Delta spike P681R mutation enhances SARS-CoV-2 fitness over Alpha variant

Yang Liu, Jianying Liu, Bryan A. Johnson, Hongjie Xia, Zhiqiang Ku, Craig Schindewolf, Steven G. Widen, Zhiqiang An, Scott C. Weaver, Vineet D. Menachery, Xuping Xie, and Pei-Yong Shi

SARS-CoV-2 Delta variant has rapidly replaced the Alpha variant around the world. The mechanism that drives this global replacement has not been defined. Here we report that Delta spike mutation P681R plays a key role in the Alpha-to-Delta variant replacement. In a replication competition assay, Delta SARS-CoV-2 efficiently outcompeted the Alpha variant in human lung epithelial cells and primary human airway tissues. Delta SARS-CoV-2 bearing the Alpha-spike glycoprotein replicated less efficiently than the wild-type Delta variant, suggesting the importance of Delta spike in enhancing viral replication. The Delta spike has accumulated mutation P681R located at a furin cleavage site that separates the spike 1 (S1) and S2 subunits. Reverting the P681R mutation to wild-type P681 significantly reduced the replication of Delta variant, to a level lower than the Alpha variant. Mechanistically, the Delta P681R mutation enhanced the cleavage of the full-length spike to S1 and S2, leading to increased infection via cell surface entry. In contrast, the Alpha spike also has a mutation at the same amino acid (P681H), but the spike cleavage from purified Alpha virions was reduced compared to the Delta spike. Collectively, our results indicate P681R as a key mutation in enhancing Delta variant replication via increased S1/S2 cleavage. Spike mutations that potentially affect furin cleavage efficiency must be closely monitored for future variant surveillance.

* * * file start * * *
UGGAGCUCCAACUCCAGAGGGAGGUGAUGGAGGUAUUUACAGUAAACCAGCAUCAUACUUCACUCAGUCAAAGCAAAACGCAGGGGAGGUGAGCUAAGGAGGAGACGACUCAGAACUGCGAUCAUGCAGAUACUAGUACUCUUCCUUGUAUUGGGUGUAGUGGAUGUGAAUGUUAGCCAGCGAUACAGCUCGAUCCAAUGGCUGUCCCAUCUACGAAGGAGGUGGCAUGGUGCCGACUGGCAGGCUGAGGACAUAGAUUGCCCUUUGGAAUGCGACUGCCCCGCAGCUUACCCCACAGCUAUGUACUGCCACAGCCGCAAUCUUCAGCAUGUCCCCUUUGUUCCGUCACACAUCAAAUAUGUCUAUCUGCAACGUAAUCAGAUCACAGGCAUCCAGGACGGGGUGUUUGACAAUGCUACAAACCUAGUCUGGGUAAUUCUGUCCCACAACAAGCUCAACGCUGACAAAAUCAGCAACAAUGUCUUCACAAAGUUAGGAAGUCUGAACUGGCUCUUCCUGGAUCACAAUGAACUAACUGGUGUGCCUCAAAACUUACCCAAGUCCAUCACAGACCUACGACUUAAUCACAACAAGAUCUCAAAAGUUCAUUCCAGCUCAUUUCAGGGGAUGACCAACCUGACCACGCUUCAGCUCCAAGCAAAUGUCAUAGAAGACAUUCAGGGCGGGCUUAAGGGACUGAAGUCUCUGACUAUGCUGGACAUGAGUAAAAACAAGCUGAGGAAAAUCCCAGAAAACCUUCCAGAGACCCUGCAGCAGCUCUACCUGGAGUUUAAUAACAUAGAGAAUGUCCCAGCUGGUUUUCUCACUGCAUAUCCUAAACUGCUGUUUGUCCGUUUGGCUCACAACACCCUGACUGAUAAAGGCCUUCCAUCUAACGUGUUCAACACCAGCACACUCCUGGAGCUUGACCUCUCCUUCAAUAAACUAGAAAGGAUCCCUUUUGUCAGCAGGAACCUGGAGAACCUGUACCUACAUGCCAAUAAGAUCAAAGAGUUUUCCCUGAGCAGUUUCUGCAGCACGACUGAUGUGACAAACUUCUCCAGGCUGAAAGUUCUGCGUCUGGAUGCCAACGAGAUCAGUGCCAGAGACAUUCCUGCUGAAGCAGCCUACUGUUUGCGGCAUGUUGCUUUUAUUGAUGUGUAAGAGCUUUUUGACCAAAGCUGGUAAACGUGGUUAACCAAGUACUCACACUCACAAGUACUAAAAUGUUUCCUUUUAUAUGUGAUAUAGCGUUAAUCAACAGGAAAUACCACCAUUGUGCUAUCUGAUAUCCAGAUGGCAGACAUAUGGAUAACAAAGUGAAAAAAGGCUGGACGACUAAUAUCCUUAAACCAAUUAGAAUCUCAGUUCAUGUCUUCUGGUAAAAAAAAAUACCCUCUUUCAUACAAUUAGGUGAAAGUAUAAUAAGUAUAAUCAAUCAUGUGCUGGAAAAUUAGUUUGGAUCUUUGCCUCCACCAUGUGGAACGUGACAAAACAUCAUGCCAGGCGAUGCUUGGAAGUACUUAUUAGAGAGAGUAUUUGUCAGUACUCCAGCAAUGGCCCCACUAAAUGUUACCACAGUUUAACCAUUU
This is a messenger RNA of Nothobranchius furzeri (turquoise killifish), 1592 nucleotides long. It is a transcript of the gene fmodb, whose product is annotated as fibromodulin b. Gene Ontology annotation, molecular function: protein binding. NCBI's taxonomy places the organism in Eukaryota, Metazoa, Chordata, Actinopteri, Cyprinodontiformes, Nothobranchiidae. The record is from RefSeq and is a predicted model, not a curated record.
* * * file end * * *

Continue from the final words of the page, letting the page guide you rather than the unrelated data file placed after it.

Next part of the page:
SARS-CoV-2 virus, COVID-19, Covid, infection, viral replication, EpiAirway (AIR-100), alpha variant, delta spike mutation P681R, spike protein, spike gene mutations S1 and S2, USA/WA1-2020, Delta-P681 viruses, full length spike, Sanger sequencing

Materials Tested

USA/WA1-2020, alpha variant, delta variant, delta spike mutation, SARS-CoV-2, COVID-19

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